Retailers are heavily into the holiday spirit with a variety of unique promotions designed to increase basket ring during and after the entertaining season.
Among the offers is Pleasanton, Calif.-based Safeway's annual “two-hour” turkey recipe which includes several private-label ingredients, including Safeway Select Verdi olive oil, Safeway ground black pepper and Safeway fat-free chicken broth. The retailer is also offering triple coupons up to and including 33 cents through Dec. 26.
Wild Oats Markets, Boulder, Colo., got into the festivities by presenting a live online chat Nov. 8 to help shoppers choose which wine makes a good gift and goes best with holiday meals. The chat was hosted by Bob Blue, founding winemaker for Bonterra Vineyards in California, which produces organic wine.
Dierbergs, Chesterfield, Mo., is offering a 40-page holiday idea book filled with recipes and gift ideas. While Spokane, Wash.-based Rosauers Supermarket ran two 13-hour holiday sales aimed at spurring stock-up shopping.
These and other holiday promotions are more important than ever due to channel blurring, said Ted Taft, managing director of Meridian Consulting, Westport, Conn.
“While free turkeys are great at generating foot traffic, retailers want to keep consumers shopping in their stores after the holidays,” he said.
To do so, many are enhancing holiday promotions by featuring products from different areas of the store in hopes of introducing consumers to products they may not have previously purchased.
“As retailers try to become a one-stop-shop, they're focusing not only on selling just turkeys and cranberries, but also trying to take advantage of the strength of [the store's] perimeter,” Taft said.
The goal of this kind of strategy is attracting new shoppers as well as generating incremental sales from existing ones.
“Bundling different elements into promotions can create awareness and build usage,” he said.
Rosauers' first 13-hour holiday sale was held on Nov. 2 and featured numerous baking items at significant discounts. It covered more than two dozen categories and more than 200 stockkeeping units, including cake mixes, spices and baking chocolate. Another took place on Nov. 9 for wine and cheese.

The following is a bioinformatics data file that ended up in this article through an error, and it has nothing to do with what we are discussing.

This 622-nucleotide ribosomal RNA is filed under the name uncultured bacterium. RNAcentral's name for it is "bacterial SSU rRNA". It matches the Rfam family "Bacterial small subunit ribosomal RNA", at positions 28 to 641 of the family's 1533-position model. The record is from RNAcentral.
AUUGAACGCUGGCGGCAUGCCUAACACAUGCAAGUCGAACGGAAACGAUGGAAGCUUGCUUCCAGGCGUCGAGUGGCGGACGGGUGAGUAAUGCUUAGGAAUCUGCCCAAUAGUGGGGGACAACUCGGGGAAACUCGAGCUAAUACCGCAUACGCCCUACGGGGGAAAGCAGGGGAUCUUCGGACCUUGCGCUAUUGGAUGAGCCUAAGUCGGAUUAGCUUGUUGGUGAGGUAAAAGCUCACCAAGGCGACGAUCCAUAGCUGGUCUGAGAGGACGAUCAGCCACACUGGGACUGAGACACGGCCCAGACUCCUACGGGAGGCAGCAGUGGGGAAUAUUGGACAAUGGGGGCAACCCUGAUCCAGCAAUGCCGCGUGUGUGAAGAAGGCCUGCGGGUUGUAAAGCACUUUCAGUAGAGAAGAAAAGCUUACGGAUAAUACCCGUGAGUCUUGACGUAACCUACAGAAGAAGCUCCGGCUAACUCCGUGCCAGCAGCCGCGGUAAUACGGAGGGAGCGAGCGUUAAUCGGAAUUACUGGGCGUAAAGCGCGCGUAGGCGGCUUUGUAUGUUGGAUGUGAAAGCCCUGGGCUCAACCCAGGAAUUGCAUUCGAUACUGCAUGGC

These two 13-hour events join several others that run throughout the year in various departments, including meat, produce and candy.
Each takes place from 7 a.m. to 8 p.m. The times once were 8 a.m. to 8 p.m., but an extra hour was added to accommodate those who wanted an earlier start, said Don Whittaker, grocery director.
“People are lined up outside our doors at 7 a.m.,” he noted.
Rosauers uses the sales to generate incremental sales and attract new customers.
Customer response is so good that many people fill their entire carts with discounted products.
“The baking sale enables people to get all their baking needs for the holidays,” Whittaker explained.
Discounts are valid on all in-stock merchandise. Although rain checks are not offered, there are no purchase limits.
This is the second year Rosauers conducted a 13-hour wine and cheese promotion, which offered both categories at 20% off. Discounts were also offered on specialty breads.
Along with tried-and-true annual promotions such as Rosauers' 13-hour sales, retailers are developing new events for the holidays.
Hy-Vee Food Stores, for instance, has switched its annual “Brands for Grands” private-label promotion to Nov. 13 through Dec. 18. It previously ran in July.
Brands for Grands rewards shoppers based on how many private-label products they have in their homes. Hy-Vee's labels include Hy-Vee, Hy-Vee Grand Selections, Midwest Country Fare and Hy-Vee HealthMarket.